HELPING FAMILY FARMS FLOURISH. HELPING FEED THE HUNGRY.

Thursday, August 18, 2016

David Lebovitz' Summer Frangipane Fruit Tart


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        Picture your favorite summer stone fruit—cherries, peaches, plums, nectarines, fresh apricots, pluots*-- sumptuously emerging from a rich almond cream, their colors a promise of their juicy interiors, a perfect summer pleasure in a perfect buttery crust and there you have it: A great dessert for a dinner party.  You can make the pastry crust the day before, refrigerate it and then use it at will.  And the Frangipane can also be made ahead of time.  So with minimal effort, the day of your party you can present your guests with a freshly made tart.   That’s David Lebovitz’ Summer Frangipane Fruit Tart. 

Monday, August 15, 2016

Thomas Keller's Ratatouille

Chef Thomas Keller
         With the farm stands near us barely able to contain the bumper harvest from this glorious sunny summer in the Hamptons, it seems highly appropriate to bring you a great recipe for a vegetable feast.  And what says summer more than this Provençal classic, Ratatouille.  I first published this three years ago and it is so popular, I thought I'd share with you again. So here goes:             
          Thomas Keller, arguably the most influential chef in the country, recently wrote about Ratatouille in the Los Angeles Times.  He wasn’t talking about the 2008 movie of the same name, a fanciful food fable that won the Oscar that year for best Animated Feature.  He was referring to that summer classic that incorporates so many fresh vegetables your kitchen looks like you’ve robbed a farm stand.  What Chef Keller pointed out was how adaptable the dish is.  It starts out as a vegetable stew that’s an incomparable side dish or a vegetarian meal all by itself.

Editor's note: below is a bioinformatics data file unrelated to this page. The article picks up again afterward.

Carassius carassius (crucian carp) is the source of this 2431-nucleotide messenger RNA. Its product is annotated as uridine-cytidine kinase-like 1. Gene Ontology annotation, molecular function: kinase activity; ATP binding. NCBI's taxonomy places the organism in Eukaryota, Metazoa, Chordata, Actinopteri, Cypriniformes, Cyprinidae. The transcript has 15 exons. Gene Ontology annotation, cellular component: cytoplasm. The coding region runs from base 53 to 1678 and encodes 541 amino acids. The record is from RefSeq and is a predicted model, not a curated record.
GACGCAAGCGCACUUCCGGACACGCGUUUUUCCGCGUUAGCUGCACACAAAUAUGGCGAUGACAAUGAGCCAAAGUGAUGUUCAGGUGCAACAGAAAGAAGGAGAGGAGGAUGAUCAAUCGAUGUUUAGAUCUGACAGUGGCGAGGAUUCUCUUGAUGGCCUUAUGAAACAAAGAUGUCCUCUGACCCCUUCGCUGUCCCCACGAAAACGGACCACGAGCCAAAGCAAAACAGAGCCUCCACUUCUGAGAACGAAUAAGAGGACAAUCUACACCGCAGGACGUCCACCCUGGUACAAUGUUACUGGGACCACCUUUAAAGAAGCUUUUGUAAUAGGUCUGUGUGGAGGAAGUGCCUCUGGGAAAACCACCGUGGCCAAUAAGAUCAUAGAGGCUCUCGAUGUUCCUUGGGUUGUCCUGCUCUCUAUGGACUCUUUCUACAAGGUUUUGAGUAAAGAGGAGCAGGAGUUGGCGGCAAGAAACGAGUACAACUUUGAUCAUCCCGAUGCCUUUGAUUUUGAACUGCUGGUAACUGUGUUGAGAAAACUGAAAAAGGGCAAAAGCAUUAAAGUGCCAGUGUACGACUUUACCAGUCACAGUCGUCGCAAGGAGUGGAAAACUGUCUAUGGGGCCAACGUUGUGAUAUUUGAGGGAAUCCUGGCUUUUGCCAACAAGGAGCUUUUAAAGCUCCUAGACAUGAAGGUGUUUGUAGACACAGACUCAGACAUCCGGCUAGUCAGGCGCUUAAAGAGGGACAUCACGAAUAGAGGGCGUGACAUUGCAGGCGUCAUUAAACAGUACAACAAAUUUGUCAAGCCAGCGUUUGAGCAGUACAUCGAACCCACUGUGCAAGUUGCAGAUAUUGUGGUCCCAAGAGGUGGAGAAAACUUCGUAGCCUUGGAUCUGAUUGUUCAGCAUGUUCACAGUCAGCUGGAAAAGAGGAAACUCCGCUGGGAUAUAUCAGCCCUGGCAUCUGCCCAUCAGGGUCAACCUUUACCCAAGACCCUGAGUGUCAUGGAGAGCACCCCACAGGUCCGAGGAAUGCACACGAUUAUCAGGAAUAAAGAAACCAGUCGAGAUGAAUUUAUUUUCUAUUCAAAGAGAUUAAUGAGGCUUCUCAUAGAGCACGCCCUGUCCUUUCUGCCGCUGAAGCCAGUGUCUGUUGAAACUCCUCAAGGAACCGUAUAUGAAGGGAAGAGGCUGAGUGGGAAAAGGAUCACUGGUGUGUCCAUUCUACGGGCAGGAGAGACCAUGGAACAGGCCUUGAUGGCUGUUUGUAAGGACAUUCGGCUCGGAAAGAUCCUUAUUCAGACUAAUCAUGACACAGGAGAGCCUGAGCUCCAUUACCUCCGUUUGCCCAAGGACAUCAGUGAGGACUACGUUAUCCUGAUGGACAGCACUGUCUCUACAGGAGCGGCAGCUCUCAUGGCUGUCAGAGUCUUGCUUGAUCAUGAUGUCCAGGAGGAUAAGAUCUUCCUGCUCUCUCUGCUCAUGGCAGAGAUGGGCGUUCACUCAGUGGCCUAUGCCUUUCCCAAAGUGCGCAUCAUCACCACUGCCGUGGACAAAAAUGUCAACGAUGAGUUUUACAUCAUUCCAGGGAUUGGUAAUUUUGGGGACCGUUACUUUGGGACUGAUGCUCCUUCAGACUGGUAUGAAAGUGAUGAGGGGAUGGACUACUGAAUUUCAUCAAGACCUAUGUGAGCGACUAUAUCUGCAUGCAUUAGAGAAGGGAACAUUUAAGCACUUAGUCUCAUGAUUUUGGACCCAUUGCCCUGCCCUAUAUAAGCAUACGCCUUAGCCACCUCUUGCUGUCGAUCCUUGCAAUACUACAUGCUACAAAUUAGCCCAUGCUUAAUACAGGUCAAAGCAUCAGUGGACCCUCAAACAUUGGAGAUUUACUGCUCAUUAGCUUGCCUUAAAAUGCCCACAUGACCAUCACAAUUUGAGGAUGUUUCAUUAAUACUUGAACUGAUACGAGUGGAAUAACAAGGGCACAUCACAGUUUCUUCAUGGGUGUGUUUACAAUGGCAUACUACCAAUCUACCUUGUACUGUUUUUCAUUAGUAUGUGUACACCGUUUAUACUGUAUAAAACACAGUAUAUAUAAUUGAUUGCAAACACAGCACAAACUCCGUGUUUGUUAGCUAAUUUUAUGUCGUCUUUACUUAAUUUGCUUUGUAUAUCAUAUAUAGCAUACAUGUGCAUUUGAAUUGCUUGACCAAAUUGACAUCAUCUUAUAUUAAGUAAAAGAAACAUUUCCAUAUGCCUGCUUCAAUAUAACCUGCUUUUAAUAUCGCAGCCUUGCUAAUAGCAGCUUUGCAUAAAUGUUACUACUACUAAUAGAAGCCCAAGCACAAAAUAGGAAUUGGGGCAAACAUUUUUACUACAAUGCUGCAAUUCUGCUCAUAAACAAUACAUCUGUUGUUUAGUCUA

It is quite labor intensive so there’s no point in making a tiny batch of the stuff. Instead Chef Keller encourages making a recipe that yields 16 1 cup portions.  This, he points out, gives you the basis for any number of pasta sauces, a perfect soup base-- even a sandwich spread.  The one thing the dish requires, besides a cornucopia of fresh produce, is time.  The start to finish on the dish is 4 hours.  I’d say that actually errs on the short side. But a lot of that time is spent while the ratatouille sits in the oven reducing the liquid away until you’re left with beautifully tender vegetables in a thick, silken sauce.  So you can sit back and stir occasionally.  All that time is a perfect opportunity to re-view “Ratatouille”, the movie.  If you’re uninitiated to its charms, it’s the story of an ambitious young chef and, yes, a Rat who cook away in a Parisian restaurant.  And what foodie doesn’t want to revisit Paris?